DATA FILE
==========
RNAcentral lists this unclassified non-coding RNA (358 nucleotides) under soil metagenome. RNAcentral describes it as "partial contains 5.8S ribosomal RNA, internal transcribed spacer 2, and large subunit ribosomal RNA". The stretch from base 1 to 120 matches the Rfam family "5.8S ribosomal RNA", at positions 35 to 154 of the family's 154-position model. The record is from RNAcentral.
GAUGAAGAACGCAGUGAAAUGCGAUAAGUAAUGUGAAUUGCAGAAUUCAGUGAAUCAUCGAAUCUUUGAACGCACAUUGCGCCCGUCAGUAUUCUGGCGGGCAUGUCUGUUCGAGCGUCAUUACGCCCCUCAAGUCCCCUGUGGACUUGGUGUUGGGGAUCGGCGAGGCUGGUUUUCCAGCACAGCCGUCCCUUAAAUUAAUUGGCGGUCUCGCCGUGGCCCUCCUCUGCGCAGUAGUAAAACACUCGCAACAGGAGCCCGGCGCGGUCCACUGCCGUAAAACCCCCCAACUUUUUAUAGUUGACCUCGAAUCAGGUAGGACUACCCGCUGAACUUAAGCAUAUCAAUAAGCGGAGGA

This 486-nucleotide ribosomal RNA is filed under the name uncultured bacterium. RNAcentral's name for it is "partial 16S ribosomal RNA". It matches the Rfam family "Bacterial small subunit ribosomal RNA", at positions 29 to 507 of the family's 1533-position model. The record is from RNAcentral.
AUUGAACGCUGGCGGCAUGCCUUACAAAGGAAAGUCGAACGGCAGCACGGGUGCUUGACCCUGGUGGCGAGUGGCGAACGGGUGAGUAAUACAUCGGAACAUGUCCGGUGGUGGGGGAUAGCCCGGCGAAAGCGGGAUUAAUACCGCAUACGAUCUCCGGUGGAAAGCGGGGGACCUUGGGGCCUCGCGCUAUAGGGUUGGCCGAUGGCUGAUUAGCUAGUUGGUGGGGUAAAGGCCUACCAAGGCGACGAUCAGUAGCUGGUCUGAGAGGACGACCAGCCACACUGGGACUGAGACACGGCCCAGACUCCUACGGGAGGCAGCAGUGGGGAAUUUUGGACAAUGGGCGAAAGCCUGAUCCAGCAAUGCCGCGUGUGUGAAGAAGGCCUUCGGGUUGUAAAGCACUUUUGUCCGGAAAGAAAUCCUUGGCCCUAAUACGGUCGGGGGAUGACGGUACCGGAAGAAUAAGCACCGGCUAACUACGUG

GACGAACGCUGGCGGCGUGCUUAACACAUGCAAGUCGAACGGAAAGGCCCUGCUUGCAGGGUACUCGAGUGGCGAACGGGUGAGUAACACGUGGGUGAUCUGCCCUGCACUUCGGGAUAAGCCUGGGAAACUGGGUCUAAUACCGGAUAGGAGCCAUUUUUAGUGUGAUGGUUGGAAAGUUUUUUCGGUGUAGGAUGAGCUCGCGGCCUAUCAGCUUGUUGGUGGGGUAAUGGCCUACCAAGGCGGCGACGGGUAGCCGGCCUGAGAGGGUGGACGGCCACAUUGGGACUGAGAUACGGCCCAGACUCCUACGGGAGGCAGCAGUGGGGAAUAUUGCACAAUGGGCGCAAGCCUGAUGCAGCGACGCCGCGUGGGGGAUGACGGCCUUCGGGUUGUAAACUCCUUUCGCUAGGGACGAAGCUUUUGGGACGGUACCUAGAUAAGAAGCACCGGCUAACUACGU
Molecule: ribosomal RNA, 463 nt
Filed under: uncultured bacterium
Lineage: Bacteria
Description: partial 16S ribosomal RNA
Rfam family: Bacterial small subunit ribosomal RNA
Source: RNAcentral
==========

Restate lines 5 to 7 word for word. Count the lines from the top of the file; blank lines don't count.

GACGAACGCUGGCGGCGUGCUUAACACAUGCAAGUCGAACGGAAAGGCCCUGCUUGCAGGGUACUCGAGUGGCGAACGGGUGAGUAACACGUGGGUGAUCUGCCCUGCACUUCGGGAUAAGCCUGGGAAACUGGGUCUAAUACCGGAUAGGAGCCAUUUUUAGUGUGAUGGUUGGAAAGUUUUUUCGGUGUAGGAUGAGCUCGCGGCCUAUCAGCUUGUUGGUGGGGUAAUGGCCUACCAAGGCGGCGACGGGUAGCCGGCCUGAGAGGGUGGACGGCCACAUUGGGACUGAGAUACGGCCCAGACUCCUACGGGAGGCAGCAGUGGGGAAUAUUGCACAAUGGGCGCAAGCCUGAUGCAGCGACGCCGCGUGGGGGAUGACGGCCUUCGGGUUGUAAACUCCUUUCGCUAGGGACGAAGCUUUUGGGACGGUACCUAGAUAAGAAGCACCGGCUAACUACGU
Molecule: ribosomal RNA, 463 nt
Filed under: uncultured bacterium